Modelling the application of adaptive optics to wide-field microscope live imaging

Department of Biochemistry and Biophysics, University of California, San Francisco, San Francisco, California, United States
Journal of Microscopy (Impact Factor: 2.33). 05/2007; 226(Pt 1):33-42. DOI: 10.1111/j.1365-2818.2007.01751.x
Source: PubMed


Wide-field fluorescence microscopy is an essential tool in modern cell biology. Unfortunately the image quality of fluorescence microscopes is often significantly degraded due to aberrations that occur under normal imaging conditions. In this article, we examine the use of adaptive optics technology to dynamically correct these problems to achieve close to ideal diffraction limited performance. Simultaneously, this technology also allows ultra-rapid focusing without having to move either the stage or the objective lens. We perform optical simulations to demonstrate the degree of correction that can be achieved.

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    • "The principle of MCAO, though well understood in the astronomy community, seems to be less appreciated in the microscopy community [8]. A few reports have discussed various benefits of MCAO in the context of microscopy [9] [10], though these have relied on numerical simulation only. MCAO has also been used in retinal imaging applications [11] and in benchtop experiments designed to simulate astronomical imaging [12]. "
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    ABSTRACT: The imaging performance of an optical microscope can be degraded by sample-induced aberrations. A general strategy to undo the effect of these aberrations is to apply wavefront correction with a deformable mirror (DM). In most cases, the DM is placed conjugate to the microscope pupil, called pupil adaptive optics (AO). When the aberrations are spatially variant, an alternative configuration involves placing the DM conjugate to the main source of aberrations, called conjugate AO. We provide theoretical and experimental comparison of both configurations for the simplified case where spatially variant aberrations are produced by a well defined phase screen. We pay particular attention to the resulting correction field of view (FOV). Conjugate AO is found to provide a significant FOV advantage. While this result is well known in the astronomy community, our goal here is to recast it specifically for the optical microscopy community.
    Preview · Article · Jan 2015 · Applied Optics
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    • "Such WF can be corrected in the excitation beam [8], in the collected signal beam or in both. For example, in wide field techniques such as PALM or STORM, only the correction of the collected signal is important in order to maintain the contrast of the acquired images [9]. In confocal microscopy, both the excitation and collected beams need to be compensated to improve the intensity of the reconstructed images [10,11]. "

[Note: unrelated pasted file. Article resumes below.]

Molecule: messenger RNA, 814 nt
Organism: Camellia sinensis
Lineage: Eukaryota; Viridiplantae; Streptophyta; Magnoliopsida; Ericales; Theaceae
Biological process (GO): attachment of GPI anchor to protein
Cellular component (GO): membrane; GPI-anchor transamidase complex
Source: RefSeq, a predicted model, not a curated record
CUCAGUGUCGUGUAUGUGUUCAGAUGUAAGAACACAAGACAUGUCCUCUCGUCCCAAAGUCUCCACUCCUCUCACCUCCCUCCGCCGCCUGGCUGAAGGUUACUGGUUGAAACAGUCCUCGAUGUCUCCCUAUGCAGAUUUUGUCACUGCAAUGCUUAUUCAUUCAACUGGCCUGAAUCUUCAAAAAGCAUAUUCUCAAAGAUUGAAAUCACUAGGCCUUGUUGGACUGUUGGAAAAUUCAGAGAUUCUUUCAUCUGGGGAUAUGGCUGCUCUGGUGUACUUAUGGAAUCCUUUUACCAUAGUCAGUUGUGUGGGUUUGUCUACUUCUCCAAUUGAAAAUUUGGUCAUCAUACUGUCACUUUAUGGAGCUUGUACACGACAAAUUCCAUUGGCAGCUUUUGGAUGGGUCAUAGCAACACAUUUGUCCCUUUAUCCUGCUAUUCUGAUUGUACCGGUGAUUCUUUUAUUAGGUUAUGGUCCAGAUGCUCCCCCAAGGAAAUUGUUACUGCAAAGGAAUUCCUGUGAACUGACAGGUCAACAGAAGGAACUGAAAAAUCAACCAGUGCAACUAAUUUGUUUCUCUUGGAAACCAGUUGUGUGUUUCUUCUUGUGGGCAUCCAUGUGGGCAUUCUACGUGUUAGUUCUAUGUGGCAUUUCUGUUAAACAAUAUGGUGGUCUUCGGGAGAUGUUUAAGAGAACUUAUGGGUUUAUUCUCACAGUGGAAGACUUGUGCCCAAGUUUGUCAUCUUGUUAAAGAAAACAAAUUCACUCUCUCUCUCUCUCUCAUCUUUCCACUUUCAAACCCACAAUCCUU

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    ABSTRACT: We demonstrate that sample induced aberrations can be measured in a nonlinear microscope. This uses the fact that two-photon excited fluorescence naturally produces a localized point source inside the sample: the nonlinear guide-star (NL-GS). The wavefront emitted from the NL-GS can then be recorded using a Shack-Hartmann sensor. Compensation of the recorded sample aberrations is performed by the deformable mirror in a single-step. This technique is applied to fixed and in vivo biological samples, showing, in some cases, more than one order of magnitude improvement in the total collected signal intensity.
    Full-text · Article · Nov 2011 · Biomedical Optics Express
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    • "corrected for a single depth. Researchers have proposed numerous ways to reduce aberrations, including introducing additional optics (akin to the cover slip corrector found on some objectives), changing the index of refraction of the immersion medium, or employing computer-controlled deformable mirrors (Albert et al., 2000; Booth et al., 2002; Sherman et al., 2002; Kam et al., 2007; Wright, 2007). However, these techniques offer only a limited ability to correct for aberrations that vary spatially. "
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    ABSTRACT: By inserting a microlens array at the intermediate image plane of an optical microscope, one can record four-dimensional light fields of biological specimens in a single snapshot. Unlike a conventional photograph, light fields permit manipulation of viewpoint and focus after the snapshot has been taken, subject to the resolution of the camera and the diffraction limit of the optical system. By inserting a second microlens array and video projector into the microscope's illumination path, one can control the incident light field falling on the specimen in a similar way. In this paper, we describe a prototype system we have built that implements these ideas, and we demonstrate two applications for it: simulating exotic microscope illumination modalities and correcting for optical aberrations digitally.
    Preview · Article · Sep 2009 · Journal of Microscopy
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